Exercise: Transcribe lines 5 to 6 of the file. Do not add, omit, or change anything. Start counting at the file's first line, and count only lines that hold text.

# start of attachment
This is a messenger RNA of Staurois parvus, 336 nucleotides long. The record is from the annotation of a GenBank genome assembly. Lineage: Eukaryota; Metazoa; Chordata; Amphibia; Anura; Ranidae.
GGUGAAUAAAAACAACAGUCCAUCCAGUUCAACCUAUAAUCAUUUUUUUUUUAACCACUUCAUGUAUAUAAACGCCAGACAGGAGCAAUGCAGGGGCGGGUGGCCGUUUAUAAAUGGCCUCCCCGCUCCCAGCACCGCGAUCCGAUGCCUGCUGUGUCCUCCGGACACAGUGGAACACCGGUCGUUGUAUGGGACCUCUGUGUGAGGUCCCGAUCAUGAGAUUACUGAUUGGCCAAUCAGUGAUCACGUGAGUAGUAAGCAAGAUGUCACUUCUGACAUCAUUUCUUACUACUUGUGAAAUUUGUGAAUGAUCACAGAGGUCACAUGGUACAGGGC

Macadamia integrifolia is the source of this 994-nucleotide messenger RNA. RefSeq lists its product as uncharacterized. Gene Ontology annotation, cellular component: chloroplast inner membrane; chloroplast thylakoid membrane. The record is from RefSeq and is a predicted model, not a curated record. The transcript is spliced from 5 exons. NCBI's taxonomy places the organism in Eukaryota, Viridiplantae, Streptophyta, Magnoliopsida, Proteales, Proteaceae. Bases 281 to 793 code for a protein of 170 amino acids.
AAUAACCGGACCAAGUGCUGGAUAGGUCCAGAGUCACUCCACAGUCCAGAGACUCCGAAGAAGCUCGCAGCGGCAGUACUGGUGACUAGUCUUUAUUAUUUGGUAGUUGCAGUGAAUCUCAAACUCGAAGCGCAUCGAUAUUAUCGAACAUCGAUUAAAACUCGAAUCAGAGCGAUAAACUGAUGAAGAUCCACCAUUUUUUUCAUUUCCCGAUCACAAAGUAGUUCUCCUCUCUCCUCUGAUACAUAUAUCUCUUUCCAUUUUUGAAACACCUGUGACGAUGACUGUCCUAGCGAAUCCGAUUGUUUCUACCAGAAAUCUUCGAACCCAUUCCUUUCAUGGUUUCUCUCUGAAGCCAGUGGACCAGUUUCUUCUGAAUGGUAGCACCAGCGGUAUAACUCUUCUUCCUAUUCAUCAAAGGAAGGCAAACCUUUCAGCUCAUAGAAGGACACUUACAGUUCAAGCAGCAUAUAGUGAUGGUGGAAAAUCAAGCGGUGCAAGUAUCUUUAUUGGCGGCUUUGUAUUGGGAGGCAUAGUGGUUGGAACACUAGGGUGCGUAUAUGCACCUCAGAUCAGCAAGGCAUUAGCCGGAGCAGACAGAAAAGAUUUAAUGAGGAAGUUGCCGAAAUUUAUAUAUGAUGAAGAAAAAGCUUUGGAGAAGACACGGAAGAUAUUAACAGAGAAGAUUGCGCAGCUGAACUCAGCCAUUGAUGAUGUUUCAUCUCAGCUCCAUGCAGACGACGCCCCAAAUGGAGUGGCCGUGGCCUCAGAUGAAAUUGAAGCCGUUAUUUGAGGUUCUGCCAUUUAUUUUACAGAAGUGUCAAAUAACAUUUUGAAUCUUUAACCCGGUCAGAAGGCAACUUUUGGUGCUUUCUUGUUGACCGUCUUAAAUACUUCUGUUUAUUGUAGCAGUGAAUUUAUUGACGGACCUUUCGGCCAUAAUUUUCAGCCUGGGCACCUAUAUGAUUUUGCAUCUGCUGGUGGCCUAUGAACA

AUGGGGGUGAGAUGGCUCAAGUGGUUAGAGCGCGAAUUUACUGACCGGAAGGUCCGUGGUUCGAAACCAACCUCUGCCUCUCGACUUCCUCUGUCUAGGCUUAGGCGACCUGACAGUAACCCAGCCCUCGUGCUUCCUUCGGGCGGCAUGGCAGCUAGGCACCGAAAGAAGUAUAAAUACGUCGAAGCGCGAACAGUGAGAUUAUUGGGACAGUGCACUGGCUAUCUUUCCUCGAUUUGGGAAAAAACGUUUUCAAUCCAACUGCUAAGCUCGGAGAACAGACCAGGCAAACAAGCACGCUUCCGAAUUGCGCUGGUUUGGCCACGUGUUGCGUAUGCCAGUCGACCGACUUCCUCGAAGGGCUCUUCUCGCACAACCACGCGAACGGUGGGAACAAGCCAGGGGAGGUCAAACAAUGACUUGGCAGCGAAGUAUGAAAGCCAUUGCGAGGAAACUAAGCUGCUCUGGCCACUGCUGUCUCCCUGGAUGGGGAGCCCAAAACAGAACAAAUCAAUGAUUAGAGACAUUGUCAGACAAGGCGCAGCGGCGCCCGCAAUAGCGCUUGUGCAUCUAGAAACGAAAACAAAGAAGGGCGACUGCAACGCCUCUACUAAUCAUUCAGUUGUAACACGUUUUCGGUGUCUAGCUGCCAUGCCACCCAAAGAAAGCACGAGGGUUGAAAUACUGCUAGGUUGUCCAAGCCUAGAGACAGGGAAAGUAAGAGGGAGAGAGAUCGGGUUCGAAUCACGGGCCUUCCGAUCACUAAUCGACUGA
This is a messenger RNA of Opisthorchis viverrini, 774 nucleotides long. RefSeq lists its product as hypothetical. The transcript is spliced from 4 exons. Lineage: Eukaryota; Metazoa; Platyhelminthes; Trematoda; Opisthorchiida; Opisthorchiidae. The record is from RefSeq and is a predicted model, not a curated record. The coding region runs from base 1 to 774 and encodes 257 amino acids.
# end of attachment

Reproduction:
AUGGGGGUGAGAUGGCUCAAGUGGUUAGAGCGCGAAUUUACUGACCGGAAGGUCCGUGGUUCGAAACCAACCUCUGCCUCUCGACUUCCUCUGUCUAGGCUUAGGCGACCUGACAGUAACCCAGCCCUCGUGCUUCCUUCGGGCGGCAUGGCAGCUAGGCACCGAAAGAAGUAUAAAUACGUCGAAGCGCGAACAGUGAGAUUAUUGGGACAGUGCACUGGCUAUCUUUCCUCGAUUUGGGAAAAAACGUUUUCAAUCCAACUGCUAAGCUCGGAGAACAGACCAGGCAAACAAGCACGCUUCCGAAUUGCGCUGGUUUGGCCACGUGUUGCGUAUGCCAGUCGACCGACUUCCUCGAAGGGCUCUUCUCGCACAACCACGCGAACGGUGGGAACAAGCCAGGGGAGGUCAAACAAUGACUUGGCAGCGAAGUAUGAAAGCCAUUGCGAGGAAACUAAGCUGCUCUGGCCACUGCUGUCUCCCUGGAUGGGGAGCCCAAAACAGAACAAAUCAAUGAUUAGAGACAUUGUCAGACAAGGCGCAGCGGCGCCCGCAAUAGCGCUUGUGCAUCUAGAAACGAAAACAAAGAAGGGCGACUGCAACGCCUCUACUAAUCAUUCAGUUGUAACACGUUUUCGGUGUCUAGCUGCCAUGCCACCCAAAGAAAGCACGAGGGUUGAAAUACUGCUAGGUUGUCCAAGCCUAGAGACAGGGAAAGUAAGAGGGAGAGAGAUCGGGUUCGAAUCACGGGCCUUCCGAUCACUAAUCGACUGA
This is a messenger RNA of Opisthorchis viverrini, 774 nucleotides long. RefSeq lists its product as hypothetical. The transcript is spliced from 4 exons. Lineage: Eukaryota; Metazoa; Platyhelminthes; Trematoda; Opisthorchiida; Opisthorchiidae. The record is from RefSeq and is a predicted model, not a curated record. The coding region runs from base 1 to 774 and encodes 257 amino acids.